The central bank may pause its monetary tightening policy to cope with possible weakness in economic growth now that long-term inflationary pressures appear to be under control, research house Moody's said in a recent report.
Taiwan's growth momentum is likely to moderate, weighed down by a recessionary outlook for the US economy in the first half of this year by Moody's Economy.com, Moody's said in the report released last Wednesday.
"Given that Taiwan's consumer prices appear to be under control, the central bank may have to give its current monetary policy tightening cycle a pause soon," Moody's said.
The consumer price index (CPI), a major gauge measuring inflation risk, continued to ease for a third consecutive month, coming in at a 3 percent year-on-year rise in January, compared with a 3.3 percent year-on-year increase in December, the report said.
In late December, the central bank hiked its benchmark interest rates for the 14th straight quarter since the summer of 2003 in a bid to curb rising inflationary risks caused by soaring energy and raw material costs.
The rate hikes have pushed the discount rate -- the rate which local banks borrow short-term funds from the central bank -- to a six-year high of 3.75 percent.
GDP is expected to grow 4.53 percent annually, slowing from the projection of 5.46 percent growth for last year, the government has forecast.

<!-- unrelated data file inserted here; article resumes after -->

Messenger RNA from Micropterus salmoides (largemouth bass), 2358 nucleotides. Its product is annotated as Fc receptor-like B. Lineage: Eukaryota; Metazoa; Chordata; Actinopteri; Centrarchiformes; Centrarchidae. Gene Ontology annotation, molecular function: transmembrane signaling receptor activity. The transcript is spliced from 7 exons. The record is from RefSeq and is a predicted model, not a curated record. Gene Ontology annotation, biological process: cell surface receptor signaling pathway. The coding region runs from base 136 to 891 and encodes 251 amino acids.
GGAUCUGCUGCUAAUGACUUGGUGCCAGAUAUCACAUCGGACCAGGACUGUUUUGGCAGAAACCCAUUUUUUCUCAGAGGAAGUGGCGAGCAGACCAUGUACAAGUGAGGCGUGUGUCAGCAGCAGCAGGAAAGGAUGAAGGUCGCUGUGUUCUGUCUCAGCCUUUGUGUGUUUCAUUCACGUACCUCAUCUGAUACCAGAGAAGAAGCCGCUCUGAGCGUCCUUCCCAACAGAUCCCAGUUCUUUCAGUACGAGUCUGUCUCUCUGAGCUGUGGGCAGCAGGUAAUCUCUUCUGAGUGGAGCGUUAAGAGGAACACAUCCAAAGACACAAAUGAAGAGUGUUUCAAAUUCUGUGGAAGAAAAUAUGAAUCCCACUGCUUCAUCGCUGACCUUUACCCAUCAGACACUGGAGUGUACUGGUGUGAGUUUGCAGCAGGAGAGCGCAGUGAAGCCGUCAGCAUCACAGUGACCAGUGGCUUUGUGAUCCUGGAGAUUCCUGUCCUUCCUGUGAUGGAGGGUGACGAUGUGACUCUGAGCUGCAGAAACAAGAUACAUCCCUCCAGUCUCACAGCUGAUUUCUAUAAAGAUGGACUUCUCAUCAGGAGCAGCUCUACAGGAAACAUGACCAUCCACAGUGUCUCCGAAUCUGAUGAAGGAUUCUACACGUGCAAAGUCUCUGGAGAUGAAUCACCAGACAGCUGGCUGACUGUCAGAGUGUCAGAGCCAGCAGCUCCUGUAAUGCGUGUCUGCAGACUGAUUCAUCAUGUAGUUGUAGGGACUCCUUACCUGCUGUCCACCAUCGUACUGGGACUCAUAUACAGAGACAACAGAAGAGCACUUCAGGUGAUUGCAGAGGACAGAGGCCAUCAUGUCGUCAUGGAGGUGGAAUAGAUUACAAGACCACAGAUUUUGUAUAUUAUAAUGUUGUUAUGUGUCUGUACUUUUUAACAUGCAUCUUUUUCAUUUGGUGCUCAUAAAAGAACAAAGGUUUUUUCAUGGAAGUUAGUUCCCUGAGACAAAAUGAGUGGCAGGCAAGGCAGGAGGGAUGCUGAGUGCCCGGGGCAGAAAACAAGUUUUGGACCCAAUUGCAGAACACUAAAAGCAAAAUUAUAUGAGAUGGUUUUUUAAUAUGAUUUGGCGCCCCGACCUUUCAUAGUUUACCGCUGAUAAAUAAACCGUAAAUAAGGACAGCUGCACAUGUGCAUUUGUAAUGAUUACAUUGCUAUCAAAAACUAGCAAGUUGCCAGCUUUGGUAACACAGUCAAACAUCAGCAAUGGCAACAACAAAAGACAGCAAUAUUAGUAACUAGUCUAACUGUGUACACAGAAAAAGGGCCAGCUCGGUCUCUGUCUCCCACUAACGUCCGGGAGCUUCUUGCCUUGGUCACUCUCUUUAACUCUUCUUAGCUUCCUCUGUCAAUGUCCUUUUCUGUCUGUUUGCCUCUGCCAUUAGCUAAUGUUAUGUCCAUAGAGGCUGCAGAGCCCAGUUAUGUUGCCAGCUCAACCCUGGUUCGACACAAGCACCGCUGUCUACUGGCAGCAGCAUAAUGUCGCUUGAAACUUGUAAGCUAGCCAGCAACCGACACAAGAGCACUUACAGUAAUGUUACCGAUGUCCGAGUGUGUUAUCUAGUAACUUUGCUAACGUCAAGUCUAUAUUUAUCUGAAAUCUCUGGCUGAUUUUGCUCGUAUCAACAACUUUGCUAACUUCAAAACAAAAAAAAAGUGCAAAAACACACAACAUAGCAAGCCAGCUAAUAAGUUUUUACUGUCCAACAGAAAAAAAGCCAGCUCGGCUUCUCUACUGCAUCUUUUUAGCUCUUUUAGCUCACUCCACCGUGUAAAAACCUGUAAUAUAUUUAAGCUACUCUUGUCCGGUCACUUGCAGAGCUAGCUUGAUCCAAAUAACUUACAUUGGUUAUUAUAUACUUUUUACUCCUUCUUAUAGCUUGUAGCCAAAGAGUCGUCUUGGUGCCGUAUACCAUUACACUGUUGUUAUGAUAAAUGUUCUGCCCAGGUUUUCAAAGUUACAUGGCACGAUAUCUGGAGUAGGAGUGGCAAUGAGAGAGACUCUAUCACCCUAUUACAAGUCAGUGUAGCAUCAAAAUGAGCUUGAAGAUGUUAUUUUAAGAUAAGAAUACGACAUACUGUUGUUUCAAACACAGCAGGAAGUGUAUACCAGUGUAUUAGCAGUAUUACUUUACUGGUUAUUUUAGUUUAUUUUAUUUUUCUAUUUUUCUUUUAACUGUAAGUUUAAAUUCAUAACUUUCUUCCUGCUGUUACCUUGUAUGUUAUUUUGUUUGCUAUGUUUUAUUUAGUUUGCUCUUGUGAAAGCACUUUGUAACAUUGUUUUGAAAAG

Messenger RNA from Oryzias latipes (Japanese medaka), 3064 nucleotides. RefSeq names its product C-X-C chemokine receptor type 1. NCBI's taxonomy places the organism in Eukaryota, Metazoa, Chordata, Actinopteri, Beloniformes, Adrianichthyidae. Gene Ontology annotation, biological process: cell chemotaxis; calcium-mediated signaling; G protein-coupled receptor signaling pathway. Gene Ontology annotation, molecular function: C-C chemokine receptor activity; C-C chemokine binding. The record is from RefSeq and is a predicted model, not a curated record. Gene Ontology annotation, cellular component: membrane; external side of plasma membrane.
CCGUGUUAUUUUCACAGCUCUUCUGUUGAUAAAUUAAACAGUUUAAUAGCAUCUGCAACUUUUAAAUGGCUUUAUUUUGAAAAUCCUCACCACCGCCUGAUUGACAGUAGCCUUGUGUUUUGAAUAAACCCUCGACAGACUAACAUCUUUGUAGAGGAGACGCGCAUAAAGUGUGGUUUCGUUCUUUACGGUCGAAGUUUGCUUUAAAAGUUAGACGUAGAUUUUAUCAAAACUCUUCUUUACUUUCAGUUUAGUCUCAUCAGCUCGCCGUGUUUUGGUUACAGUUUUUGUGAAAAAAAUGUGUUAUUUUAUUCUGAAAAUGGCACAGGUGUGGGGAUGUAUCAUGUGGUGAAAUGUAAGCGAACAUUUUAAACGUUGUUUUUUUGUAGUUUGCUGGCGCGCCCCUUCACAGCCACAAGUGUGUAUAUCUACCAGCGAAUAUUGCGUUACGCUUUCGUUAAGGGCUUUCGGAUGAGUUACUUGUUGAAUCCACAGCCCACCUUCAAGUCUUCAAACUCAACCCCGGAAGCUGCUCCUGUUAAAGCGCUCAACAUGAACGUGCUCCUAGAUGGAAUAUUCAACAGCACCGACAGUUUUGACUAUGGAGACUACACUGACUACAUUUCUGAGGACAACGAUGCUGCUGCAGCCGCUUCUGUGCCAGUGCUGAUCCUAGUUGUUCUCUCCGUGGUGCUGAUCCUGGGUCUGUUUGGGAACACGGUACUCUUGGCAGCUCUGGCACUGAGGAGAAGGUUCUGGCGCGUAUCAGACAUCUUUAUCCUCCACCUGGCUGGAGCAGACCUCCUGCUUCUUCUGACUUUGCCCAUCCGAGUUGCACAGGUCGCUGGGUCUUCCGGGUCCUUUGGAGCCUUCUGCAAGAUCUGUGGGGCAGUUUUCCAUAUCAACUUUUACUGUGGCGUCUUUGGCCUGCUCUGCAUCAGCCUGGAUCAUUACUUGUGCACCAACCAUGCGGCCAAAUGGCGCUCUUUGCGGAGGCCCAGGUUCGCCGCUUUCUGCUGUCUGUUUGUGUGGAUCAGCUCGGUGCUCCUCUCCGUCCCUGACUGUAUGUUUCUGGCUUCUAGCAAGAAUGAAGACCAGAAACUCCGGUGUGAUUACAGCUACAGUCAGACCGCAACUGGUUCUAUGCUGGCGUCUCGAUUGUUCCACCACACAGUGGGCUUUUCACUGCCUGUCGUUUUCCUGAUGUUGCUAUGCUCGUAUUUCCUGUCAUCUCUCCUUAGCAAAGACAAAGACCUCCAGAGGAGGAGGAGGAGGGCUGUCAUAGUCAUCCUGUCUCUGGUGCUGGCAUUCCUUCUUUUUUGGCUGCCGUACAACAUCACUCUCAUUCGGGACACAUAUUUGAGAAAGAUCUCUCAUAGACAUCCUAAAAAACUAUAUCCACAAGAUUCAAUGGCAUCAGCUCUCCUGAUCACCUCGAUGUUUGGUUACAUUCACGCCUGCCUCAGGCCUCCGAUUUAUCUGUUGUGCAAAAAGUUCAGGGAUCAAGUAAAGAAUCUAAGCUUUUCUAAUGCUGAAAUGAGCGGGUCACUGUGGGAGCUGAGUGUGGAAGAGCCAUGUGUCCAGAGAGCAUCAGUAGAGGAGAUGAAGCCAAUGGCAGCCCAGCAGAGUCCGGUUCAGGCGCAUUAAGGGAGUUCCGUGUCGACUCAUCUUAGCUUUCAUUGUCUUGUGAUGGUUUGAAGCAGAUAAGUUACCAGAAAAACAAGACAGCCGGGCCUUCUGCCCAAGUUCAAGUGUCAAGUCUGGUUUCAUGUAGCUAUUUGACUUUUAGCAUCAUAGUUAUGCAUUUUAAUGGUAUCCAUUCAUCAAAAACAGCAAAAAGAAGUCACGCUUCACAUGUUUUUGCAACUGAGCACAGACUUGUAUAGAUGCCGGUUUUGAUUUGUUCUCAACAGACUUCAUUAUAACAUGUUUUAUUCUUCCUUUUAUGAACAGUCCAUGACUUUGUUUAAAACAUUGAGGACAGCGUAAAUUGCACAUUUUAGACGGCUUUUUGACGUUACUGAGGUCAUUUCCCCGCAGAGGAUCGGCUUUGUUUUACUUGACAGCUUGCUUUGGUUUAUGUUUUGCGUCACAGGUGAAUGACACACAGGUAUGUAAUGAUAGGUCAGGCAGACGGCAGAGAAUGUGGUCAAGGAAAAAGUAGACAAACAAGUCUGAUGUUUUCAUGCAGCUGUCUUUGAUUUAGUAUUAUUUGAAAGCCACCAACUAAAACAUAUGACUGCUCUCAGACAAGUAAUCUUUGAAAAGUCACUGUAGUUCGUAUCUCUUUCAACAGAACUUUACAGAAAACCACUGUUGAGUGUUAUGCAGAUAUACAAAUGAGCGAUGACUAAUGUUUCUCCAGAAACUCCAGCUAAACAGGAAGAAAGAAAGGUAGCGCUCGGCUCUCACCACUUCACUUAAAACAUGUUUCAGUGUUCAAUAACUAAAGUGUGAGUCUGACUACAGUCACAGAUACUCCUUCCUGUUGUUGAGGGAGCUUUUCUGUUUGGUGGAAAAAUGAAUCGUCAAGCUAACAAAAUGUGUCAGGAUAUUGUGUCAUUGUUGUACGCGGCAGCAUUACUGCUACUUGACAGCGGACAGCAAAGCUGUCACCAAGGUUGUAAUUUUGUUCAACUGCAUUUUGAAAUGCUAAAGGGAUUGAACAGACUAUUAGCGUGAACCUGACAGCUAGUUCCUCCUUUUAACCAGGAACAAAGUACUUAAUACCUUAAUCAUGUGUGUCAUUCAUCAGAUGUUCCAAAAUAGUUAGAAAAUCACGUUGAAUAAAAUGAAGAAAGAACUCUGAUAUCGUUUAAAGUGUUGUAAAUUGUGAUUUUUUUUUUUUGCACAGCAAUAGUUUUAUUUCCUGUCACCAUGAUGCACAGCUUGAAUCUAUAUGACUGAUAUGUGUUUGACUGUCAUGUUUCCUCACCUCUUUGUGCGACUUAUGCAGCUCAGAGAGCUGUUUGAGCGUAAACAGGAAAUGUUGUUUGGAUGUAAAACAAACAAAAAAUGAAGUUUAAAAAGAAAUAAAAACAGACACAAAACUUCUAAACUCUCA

But Moody's warned that Taiwan's inflationary risk remains elevated.
Food prices were the key driver of the CPI last month, surging 5.3 percent year-on-year, followed by medical care costs, which jumped 4.7 percent year-on-year.
Growing demand coupled with a decline in food output recently has seen global commodity prices skyrocket, Moody's said.
Given Taiwan's location in a typhoon-prone region, it is particularly vulnerable to price spikes due that affect food supplies, the research firm said.
Surging global oil prices and other energy resource costs would also continue to threaten price stability in Taiwan, the report said.
High energy costs will drive up business costs, which will eventually be felt by consumers, Moody's said.
Transport prices rose 3.8 percent year-on-year in January, the Directorate-General of Budget, Accounting and Statistics said.
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